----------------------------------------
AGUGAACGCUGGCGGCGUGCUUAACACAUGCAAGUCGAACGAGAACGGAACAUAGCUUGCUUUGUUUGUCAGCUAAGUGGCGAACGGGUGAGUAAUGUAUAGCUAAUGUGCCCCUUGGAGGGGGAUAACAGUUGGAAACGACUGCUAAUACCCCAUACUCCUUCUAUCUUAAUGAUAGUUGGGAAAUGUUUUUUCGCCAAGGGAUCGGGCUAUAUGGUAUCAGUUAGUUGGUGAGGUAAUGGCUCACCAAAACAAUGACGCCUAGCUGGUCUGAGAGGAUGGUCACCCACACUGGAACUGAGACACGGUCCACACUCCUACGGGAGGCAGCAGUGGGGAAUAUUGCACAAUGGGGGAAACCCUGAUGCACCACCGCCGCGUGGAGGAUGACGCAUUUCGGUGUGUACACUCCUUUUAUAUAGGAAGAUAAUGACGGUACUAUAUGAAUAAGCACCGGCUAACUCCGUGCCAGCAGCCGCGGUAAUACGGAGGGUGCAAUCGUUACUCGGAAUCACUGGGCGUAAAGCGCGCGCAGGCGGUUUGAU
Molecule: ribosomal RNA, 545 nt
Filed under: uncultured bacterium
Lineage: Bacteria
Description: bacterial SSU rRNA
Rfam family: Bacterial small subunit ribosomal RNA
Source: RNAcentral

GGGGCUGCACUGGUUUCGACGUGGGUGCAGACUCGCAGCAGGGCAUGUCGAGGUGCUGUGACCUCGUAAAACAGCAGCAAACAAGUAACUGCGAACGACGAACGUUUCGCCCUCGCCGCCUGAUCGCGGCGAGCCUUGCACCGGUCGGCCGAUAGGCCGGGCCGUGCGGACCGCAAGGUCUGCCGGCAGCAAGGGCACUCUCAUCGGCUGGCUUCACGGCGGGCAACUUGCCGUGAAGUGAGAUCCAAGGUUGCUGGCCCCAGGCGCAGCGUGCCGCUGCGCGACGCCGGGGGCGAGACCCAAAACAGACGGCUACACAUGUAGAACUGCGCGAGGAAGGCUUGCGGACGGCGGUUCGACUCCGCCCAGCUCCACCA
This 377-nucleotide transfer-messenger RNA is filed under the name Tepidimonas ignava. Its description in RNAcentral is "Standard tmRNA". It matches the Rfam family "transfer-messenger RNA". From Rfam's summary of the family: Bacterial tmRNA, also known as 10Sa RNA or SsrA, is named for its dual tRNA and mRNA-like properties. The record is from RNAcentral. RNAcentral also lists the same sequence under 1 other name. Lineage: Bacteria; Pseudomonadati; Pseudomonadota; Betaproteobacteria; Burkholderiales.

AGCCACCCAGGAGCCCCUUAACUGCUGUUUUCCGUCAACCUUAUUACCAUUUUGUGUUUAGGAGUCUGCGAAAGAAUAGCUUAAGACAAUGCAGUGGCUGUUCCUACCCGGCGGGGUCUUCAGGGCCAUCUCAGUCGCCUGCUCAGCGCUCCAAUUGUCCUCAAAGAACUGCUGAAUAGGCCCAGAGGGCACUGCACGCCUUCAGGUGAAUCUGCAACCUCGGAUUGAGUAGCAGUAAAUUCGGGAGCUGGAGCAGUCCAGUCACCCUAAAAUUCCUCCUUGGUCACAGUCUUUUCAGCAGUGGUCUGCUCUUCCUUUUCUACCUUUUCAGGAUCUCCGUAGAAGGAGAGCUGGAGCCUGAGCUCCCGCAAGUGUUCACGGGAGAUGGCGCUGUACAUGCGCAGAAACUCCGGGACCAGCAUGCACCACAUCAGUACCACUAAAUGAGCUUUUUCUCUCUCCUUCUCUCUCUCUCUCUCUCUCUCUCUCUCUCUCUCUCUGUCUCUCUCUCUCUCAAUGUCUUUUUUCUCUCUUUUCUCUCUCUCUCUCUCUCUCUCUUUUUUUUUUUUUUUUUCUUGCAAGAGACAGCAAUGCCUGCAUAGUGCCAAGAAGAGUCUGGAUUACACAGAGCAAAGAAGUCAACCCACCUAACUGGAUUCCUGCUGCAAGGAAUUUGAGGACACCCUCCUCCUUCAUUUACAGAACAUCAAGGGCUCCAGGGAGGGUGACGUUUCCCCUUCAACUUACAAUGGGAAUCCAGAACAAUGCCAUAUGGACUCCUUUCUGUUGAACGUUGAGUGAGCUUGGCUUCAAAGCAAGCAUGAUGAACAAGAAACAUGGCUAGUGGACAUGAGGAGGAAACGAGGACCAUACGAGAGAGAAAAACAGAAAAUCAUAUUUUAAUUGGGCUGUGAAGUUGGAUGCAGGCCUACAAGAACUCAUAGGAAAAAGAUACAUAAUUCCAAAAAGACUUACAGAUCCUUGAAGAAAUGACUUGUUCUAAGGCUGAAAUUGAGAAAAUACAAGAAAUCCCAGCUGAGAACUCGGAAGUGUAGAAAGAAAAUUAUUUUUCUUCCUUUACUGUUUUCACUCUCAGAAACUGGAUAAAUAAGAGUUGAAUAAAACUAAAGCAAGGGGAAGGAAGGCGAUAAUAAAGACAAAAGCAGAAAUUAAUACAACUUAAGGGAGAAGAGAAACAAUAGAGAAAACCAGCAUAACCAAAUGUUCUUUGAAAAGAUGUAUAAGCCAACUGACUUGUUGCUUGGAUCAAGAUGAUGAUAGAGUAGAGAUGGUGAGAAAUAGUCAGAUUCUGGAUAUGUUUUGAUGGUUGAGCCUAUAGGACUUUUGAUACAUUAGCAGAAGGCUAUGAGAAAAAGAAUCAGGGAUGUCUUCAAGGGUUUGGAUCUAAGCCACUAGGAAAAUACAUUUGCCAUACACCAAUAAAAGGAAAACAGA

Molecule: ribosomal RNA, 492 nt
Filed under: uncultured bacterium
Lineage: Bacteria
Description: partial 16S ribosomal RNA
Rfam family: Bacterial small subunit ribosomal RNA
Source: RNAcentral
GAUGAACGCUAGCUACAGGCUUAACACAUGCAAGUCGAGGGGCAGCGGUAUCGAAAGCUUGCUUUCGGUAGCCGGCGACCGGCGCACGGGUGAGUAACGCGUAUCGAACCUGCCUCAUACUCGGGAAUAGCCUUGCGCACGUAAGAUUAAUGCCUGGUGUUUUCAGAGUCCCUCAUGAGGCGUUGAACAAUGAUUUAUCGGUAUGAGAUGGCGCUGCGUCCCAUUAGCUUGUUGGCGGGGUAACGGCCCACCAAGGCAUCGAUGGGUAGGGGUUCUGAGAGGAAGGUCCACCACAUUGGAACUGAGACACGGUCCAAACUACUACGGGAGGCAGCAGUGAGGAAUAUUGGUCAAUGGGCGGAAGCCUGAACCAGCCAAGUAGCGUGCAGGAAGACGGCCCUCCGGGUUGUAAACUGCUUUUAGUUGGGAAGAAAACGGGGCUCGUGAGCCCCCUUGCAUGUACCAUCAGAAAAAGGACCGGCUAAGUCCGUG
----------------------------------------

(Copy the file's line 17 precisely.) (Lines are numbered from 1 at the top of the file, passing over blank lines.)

GAUGAACGCUAGCUACAGGCUUAACACAUGCAAGUCGAGGGGCAGCGGUAUCGAAAGCUUGCUUUCGGUAGCCGGCGACCGGCGCACGGGUGAGUAACGCGUAUCGAACCUGCCUCAUACUCGGGAAUAGCCUUGCGCACGUAAGAUUAAUGCCUGGUGUUUUCAGAGUCCCUCAUGAGGCGUUGAACAAUGAUUUAUCGGUAUGAGAUGGCGCUGCGUCCCAUUAGCUUGUUGGCGGGGUAACGGCCCACCAAGGCAUCGAUGGGUAGGGGUUCUGAGAGGAAGGUCCACCACAUUGGAACUGAGACACGGUCCAAACUACUACGGGAGGCAGCAGUGAGGAAUAUUGGUCAAUGGGCGGAAGCCUGAACCAGCCAAGUAGCGUGCAGGAAGACGGCCCUCCGGGUUGUAAACUGCUUUUAGUUGGGAAGAAAACGGGGCUCGUGAGCCCCCUUGCAUGUACCAUCAGAAAAAGGACCGGCUAAGUCCGUG